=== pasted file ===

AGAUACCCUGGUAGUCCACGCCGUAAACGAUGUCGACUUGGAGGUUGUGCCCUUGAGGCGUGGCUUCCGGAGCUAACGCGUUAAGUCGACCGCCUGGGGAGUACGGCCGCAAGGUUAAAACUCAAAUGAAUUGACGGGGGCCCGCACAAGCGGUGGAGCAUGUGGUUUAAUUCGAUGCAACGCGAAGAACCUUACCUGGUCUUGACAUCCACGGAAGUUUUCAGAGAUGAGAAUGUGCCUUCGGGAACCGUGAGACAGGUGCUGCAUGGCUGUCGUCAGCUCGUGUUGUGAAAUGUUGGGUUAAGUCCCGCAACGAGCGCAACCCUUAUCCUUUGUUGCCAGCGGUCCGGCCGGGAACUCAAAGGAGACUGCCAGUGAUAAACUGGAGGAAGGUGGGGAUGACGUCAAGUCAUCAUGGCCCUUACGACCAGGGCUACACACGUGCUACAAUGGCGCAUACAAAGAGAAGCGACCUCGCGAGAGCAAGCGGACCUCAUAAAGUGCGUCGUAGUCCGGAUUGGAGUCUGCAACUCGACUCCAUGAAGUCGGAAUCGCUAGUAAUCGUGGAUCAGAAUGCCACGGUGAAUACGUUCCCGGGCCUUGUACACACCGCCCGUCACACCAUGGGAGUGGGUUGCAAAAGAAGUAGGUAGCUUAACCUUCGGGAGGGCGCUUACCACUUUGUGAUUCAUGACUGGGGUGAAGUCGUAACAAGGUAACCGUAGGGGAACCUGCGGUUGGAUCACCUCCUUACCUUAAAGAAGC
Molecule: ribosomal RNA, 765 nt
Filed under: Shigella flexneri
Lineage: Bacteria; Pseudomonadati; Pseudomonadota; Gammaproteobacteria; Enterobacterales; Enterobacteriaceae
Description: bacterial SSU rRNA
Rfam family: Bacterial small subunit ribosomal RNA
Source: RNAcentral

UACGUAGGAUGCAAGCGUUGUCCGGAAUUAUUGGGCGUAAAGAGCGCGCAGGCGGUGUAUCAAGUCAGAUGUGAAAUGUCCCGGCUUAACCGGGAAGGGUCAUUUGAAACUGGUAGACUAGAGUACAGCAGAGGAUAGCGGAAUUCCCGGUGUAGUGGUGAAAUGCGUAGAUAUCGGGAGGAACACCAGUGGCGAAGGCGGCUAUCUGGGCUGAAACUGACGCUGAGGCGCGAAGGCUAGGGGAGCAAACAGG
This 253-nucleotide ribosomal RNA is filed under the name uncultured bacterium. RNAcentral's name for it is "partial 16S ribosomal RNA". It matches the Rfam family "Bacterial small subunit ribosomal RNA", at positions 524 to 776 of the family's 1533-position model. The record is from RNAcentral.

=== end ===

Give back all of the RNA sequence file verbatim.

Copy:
AGAUACCCUGGUAGUCCACGCCGUAAACGAUGUCGACUUGGAGGUUGUGCCCUUGAGGCGUGGCUUCCGGAGCUAACGCGUUAAGUCGACCGCCUGGGGAGUACGGCCGCAAGGUUAAAACUCAAAUGAAUUGACGGGGGCCCGCACAAGCGGUGGAGCAUGUGGUUUAAUUCGAUGCAACGCGAAGAACCUUACCUGGUCUUGACAUCCACGGAAGUUUUCAGAGAUGAGAAUGUGCCUUCGGGAACCGUGAGACAGGUGCUGCAUGGCUGUCGUCAGCUCGUGUUGUGAAAUGUUGGGUUAAGUCCCGCAACGAGCGCAACCCUUAUCCUUUGUUGCCAGCGGUCCGGCCGGGAACUCAAAGGAGACUGCCAGUGAUAAACUGGAGGAAGGUGGGGAUGACGUCAAGUCAUCAUGGCCCUUACGACCAGGGCUACACACGUGCUACAAUGGCGCAUACAAAGAGAAGCGACCUCGCGAGAGCAAGCGGACCUCAUAAAGUGCGUCGUAGUCCGGAUUGGAGUCUGCAACUCGACUCCAUGAAGUCGGAAUCGCUAGUAAUCGUGGAUCAGAAUGCCACGGUGAAUACGUUCCCGGGCCUUGUACACACCGCCCGUCACACCAUGGGAGUGGGUUGCAAAAGAAGUAGGUAGCUUAACCUUCGGGAGGGCGCUUACCACUUUGUGAUUCAUGACUGGGGUGAAGUCGUAACAAGGUAACCGUAGGGGAACCUGCGGUUGGAUCACCUCCUUACCUUAAAGAAGC
Molecule: ribosomal RNA, 765 nt
Filed under: Shigella flexneri
Lineage: Bacteria; Pseudomonadati; Pseudomonadota; Gammaproteobacteria; Enterobacterales; Enterobacteriaceae
Description: bacterial SSU rRNA
Rfam family: Bacterial small subunit ribosomal RNA
Source: RNAcentral

UACGUAGGAUGCAAGCGUUGUCCGGAAUUAUUGGGCGUAAAGAGCGCGCAGGCGGUGUAUCAAGUCAGAUGUGAAAUGUCCCGGCUUAACCGGGAAGGGUCAUUUGAAACUGGUAGACUAGAGUACAGCAGAGGAUAGCGGAAUUCCCGGUGUAGUGGUGAAAUGCGUAGAUAUCGGGAGGAACACCAGUGGCGAAGGCGGCUAUCUGGGCUGAAACUGACGCUGAGGCGCGAAGGCUAGGGGAGCAAACAGG
This 253-nucleotide ribosomal RNA is filed under the name uncultured bacterium. RNAcentral's name for it is "partial 16S ribosomal RNA". It matches the Rfam family "Bacterial small subunit ribosomal RNA", at positions 524 to 776 of the family's 1533-position model. The record is from RNAcentral.